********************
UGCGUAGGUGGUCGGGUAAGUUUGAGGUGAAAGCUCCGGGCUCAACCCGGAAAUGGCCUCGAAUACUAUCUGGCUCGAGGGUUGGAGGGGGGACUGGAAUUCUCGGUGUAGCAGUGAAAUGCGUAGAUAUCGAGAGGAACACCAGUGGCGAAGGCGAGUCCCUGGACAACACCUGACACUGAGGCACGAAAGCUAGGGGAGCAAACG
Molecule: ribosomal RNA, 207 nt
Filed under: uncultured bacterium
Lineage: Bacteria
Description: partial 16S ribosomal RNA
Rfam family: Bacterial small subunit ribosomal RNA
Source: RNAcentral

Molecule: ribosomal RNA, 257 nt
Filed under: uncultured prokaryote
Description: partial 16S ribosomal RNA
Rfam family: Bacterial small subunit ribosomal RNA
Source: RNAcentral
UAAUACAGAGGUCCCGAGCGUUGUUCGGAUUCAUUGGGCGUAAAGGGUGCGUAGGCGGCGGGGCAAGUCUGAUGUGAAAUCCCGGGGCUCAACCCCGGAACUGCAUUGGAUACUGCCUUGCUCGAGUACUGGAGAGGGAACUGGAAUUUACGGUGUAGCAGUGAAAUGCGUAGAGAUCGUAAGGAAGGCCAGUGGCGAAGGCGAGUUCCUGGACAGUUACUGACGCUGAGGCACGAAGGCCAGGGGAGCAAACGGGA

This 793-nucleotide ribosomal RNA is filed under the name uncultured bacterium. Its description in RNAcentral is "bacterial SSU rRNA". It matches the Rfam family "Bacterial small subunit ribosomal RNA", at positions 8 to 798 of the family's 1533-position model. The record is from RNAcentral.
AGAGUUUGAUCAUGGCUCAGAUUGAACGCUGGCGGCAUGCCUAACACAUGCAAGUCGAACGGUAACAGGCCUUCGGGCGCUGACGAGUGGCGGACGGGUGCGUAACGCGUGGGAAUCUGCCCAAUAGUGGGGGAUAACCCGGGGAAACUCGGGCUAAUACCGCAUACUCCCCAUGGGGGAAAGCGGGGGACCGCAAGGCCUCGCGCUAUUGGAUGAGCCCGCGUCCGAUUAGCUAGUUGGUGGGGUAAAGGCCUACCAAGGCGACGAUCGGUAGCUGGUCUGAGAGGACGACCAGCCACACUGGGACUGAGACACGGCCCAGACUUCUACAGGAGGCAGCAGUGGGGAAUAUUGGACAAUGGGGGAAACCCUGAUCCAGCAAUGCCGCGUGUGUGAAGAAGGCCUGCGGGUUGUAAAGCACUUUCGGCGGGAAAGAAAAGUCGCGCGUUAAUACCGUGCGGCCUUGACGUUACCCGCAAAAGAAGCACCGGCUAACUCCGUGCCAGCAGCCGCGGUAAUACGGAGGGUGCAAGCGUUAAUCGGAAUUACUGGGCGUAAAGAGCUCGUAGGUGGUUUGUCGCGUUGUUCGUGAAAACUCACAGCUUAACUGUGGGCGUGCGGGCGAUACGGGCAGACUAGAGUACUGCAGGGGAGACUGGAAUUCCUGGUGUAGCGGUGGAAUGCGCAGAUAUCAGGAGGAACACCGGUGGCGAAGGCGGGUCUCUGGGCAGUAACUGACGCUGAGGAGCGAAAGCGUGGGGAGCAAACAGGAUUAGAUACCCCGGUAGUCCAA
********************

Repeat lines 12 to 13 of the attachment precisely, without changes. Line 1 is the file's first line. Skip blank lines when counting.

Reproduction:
Source: RNAcentral
UAAUACAGAGGUCCCGAGCGUUGUUCGGAUUCAUUGGGCGUAAAGGGUGCGUAGGCGGCGGGGCAAGUCUGAUGUGAAAUCCCGGGGCUCAACCCCGGAACUGCAUUGGAUACUGCCUUGCUCGAGUACUGGAGAGGGAACUGGAAUUUACGGUGUAGCAGUGAAAUGCGUAGAGAUCGUAAGGAAGGCCAGUGGCGAAGGCGAGUUCCUGGACAGUUACUGACGCUGAGGCACGAAGGCCAGGGGAGCAAACGGGA